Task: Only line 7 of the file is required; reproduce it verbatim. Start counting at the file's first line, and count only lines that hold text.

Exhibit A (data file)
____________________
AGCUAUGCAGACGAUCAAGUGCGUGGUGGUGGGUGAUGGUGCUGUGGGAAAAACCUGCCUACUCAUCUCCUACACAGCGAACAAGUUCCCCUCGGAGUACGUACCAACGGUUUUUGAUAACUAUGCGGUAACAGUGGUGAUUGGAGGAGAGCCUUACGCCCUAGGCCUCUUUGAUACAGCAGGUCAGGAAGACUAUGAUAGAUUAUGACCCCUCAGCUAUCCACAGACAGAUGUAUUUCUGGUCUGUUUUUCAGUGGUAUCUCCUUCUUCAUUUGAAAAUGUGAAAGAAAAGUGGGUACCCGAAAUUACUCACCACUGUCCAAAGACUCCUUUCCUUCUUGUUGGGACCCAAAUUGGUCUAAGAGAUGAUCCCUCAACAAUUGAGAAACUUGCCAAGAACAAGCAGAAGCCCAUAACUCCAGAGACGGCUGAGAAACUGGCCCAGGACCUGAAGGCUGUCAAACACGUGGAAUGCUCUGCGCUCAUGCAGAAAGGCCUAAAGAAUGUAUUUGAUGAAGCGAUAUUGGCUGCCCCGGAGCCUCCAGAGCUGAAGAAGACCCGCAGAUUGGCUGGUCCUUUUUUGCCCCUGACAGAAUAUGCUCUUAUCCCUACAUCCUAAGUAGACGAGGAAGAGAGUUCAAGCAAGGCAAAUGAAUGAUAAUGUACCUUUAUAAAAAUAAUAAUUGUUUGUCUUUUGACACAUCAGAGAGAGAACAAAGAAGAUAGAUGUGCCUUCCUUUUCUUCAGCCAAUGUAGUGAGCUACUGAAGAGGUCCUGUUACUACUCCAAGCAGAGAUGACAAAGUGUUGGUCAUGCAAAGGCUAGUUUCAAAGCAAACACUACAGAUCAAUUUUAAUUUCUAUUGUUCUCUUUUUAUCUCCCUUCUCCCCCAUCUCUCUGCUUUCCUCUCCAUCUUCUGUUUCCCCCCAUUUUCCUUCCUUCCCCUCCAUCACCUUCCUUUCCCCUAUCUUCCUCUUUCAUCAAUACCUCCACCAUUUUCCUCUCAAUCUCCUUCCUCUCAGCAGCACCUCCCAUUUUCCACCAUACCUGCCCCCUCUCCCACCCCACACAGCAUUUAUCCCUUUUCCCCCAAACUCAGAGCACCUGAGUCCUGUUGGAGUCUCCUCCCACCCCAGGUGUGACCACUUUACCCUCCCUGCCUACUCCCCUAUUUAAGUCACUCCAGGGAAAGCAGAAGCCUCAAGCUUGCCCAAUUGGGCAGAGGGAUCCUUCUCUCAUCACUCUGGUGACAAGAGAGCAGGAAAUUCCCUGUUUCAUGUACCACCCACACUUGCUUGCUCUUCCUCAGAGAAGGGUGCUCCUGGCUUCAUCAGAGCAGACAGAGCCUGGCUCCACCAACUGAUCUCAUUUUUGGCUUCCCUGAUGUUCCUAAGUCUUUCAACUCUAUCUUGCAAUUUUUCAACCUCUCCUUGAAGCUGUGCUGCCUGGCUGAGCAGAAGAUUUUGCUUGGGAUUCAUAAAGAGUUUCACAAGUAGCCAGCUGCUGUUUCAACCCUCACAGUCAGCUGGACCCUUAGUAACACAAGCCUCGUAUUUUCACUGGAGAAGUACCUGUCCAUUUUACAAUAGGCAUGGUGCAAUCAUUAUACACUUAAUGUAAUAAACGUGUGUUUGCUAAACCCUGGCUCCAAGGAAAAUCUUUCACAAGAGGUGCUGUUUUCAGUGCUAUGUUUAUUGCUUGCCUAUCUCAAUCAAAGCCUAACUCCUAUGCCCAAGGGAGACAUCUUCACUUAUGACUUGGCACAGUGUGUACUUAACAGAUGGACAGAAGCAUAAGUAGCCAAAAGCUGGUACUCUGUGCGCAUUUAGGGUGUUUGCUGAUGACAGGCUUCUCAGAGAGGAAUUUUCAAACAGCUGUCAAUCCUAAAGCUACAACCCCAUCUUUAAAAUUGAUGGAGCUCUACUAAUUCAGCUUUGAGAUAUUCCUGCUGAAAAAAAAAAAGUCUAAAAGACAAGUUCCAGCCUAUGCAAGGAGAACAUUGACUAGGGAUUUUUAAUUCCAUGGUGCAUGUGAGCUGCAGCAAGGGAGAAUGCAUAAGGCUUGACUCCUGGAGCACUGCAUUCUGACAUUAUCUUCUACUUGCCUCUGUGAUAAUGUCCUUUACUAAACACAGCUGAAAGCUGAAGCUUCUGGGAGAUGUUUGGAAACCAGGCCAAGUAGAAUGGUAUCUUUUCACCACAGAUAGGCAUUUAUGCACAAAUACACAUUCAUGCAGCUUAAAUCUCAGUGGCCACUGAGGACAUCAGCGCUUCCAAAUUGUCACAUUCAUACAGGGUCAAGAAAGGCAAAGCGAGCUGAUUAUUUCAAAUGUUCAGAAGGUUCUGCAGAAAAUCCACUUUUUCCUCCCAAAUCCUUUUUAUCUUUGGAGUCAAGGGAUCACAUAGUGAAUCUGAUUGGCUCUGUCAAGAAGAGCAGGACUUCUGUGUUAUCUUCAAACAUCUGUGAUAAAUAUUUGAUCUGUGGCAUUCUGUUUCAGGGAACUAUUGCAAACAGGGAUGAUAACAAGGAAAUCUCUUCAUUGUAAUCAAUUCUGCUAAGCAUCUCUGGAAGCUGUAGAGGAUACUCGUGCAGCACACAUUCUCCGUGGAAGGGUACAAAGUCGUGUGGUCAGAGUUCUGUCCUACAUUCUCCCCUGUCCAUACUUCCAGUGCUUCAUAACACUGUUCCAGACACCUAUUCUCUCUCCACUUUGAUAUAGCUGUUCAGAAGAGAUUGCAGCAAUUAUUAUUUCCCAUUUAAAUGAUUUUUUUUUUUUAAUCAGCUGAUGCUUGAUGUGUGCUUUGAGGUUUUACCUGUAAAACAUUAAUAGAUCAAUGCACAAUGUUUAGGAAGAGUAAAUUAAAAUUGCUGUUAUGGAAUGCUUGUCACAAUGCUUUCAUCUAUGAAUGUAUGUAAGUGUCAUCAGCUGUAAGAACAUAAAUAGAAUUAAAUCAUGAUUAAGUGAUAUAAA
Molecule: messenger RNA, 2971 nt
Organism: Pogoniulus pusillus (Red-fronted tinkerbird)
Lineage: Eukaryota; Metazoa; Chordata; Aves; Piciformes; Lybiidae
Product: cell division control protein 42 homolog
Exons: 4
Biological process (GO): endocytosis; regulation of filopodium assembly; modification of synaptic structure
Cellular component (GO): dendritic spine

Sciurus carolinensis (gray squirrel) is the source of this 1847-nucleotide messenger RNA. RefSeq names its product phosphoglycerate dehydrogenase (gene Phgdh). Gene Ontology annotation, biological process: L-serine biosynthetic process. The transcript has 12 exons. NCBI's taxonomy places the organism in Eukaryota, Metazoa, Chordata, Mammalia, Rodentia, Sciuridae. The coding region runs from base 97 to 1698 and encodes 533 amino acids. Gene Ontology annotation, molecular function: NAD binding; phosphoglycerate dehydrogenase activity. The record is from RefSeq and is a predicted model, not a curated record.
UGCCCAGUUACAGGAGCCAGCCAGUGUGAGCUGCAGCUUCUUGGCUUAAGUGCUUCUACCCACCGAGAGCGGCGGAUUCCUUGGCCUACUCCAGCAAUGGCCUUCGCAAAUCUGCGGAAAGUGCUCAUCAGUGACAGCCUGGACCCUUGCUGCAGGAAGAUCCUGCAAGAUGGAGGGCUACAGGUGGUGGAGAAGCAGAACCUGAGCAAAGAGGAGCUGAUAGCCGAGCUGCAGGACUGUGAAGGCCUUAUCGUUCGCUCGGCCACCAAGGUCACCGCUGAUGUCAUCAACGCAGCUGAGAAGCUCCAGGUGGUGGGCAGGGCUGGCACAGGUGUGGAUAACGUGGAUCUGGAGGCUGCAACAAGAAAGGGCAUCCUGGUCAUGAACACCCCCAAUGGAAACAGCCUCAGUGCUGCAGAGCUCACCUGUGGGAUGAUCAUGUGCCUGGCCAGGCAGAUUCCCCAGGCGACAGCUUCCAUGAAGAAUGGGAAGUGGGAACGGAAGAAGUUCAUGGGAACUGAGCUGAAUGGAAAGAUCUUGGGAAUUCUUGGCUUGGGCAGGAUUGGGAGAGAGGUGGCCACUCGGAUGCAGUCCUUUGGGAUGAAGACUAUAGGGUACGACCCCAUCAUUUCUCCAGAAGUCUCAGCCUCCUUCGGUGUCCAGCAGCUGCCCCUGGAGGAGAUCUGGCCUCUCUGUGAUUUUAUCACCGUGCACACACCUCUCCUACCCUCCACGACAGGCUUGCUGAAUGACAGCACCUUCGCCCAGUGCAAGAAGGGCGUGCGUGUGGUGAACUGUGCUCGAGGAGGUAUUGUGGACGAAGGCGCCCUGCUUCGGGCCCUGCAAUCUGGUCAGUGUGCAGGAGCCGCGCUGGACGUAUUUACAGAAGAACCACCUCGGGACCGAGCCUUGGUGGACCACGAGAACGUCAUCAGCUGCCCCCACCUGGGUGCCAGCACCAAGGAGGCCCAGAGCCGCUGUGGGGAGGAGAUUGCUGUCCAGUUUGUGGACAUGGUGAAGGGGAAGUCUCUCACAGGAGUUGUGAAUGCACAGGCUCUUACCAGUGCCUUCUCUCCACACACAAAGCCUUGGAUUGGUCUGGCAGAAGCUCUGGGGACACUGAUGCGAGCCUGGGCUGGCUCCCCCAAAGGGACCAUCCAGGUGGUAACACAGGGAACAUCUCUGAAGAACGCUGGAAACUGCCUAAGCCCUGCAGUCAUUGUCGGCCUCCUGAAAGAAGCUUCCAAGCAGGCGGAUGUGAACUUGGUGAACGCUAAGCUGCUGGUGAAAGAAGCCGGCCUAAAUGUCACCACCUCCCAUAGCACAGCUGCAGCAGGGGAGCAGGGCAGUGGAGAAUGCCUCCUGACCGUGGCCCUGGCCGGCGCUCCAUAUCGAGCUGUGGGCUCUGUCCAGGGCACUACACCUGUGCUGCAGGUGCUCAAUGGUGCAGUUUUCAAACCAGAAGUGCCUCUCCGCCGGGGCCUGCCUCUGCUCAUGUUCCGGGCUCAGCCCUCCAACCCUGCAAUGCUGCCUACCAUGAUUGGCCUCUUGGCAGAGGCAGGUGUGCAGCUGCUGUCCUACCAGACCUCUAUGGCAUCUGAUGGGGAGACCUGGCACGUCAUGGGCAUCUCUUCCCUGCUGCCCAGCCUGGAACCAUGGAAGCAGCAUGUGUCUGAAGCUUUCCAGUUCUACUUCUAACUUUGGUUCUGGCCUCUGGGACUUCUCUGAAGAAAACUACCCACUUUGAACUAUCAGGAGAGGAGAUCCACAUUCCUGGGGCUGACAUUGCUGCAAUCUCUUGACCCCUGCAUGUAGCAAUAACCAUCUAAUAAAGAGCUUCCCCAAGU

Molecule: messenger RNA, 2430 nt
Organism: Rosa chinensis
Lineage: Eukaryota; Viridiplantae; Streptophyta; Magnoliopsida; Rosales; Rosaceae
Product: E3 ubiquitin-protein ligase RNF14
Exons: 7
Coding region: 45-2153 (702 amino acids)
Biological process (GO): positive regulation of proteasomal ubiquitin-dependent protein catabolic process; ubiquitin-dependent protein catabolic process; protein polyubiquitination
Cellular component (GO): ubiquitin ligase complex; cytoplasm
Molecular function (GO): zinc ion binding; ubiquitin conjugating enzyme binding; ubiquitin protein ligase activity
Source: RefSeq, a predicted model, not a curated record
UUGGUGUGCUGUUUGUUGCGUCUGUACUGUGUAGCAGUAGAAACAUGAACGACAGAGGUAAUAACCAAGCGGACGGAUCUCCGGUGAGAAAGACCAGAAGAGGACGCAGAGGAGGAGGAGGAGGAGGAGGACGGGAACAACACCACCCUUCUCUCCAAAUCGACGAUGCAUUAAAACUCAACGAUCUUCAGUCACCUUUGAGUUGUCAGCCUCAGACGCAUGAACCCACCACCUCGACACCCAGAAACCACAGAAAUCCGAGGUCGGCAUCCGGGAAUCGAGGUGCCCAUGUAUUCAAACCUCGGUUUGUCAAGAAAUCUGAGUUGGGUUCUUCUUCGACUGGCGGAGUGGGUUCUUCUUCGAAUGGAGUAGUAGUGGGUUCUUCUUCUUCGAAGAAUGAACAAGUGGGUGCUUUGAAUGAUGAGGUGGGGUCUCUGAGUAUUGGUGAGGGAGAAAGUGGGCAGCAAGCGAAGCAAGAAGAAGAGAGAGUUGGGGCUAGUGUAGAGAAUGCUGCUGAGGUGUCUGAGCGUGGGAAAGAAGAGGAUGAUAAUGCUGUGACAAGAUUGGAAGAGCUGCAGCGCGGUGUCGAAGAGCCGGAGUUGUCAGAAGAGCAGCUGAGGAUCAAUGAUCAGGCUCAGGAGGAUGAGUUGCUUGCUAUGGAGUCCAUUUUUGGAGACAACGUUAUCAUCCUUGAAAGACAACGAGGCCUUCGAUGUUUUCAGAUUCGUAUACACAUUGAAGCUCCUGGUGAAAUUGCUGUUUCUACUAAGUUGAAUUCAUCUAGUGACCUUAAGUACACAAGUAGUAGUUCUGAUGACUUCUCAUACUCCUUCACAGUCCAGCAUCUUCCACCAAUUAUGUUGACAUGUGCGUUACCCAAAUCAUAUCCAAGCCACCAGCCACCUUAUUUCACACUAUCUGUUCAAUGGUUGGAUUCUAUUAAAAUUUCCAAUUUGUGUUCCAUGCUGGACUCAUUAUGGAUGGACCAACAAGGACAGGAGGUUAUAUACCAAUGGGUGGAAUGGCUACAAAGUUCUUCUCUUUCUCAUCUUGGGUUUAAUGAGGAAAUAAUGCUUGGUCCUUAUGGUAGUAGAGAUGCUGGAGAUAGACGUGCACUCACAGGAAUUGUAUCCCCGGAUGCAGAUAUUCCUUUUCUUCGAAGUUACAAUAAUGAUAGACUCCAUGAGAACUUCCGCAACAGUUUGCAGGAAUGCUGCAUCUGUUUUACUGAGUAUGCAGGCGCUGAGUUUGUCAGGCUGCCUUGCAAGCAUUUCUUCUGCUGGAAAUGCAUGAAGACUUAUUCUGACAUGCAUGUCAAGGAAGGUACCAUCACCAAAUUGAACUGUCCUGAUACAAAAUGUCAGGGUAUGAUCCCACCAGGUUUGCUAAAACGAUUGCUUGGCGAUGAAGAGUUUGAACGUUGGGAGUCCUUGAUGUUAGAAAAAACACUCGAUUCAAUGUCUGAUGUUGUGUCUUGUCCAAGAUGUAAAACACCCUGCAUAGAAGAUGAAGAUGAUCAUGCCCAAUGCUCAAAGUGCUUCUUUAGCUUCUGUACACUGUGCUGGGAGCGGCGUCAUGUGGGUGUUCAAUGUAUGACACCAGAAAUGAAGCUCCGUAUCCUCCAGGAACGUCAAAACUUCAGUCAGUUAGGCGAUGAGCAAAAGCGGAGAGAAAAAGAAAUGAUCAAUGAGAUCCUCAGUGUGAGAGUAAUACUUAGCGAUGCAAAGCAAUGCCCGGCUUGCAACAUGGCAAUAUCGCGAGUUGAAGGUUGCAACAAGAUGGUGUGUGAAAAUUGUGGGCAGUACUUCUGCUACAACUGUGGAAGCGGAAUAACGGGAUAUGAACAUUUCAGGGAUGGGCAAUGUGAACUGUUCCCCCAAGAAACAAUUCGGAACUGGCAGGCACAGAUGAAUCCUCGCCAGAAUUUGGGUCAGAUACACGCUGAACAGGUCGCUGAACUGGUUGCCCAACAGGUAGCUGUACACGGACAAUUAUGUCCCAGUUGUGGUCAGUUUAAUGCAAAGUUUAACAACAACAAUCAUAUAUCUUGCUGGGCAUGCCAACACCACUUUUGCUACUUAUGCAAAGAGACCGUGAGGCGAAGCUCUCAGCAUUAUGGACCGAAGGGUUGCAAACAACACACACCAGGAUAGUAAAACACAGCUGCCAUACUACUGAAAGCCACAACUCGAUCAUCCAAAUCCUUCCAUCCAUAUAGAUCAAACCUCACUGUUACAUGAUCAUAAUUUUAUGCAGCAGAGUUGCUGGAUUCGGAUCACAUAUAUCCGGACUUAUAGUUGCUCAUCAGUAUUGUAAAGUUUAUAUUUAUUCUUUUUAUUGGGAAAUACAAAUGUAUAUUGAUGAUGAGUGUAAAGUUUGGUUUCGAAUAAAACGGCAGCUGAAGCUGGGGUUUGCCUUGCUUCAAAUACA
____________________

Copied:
Biological process (GO): endocytosis; regulation of filopodium assembly; modification of synaptic structure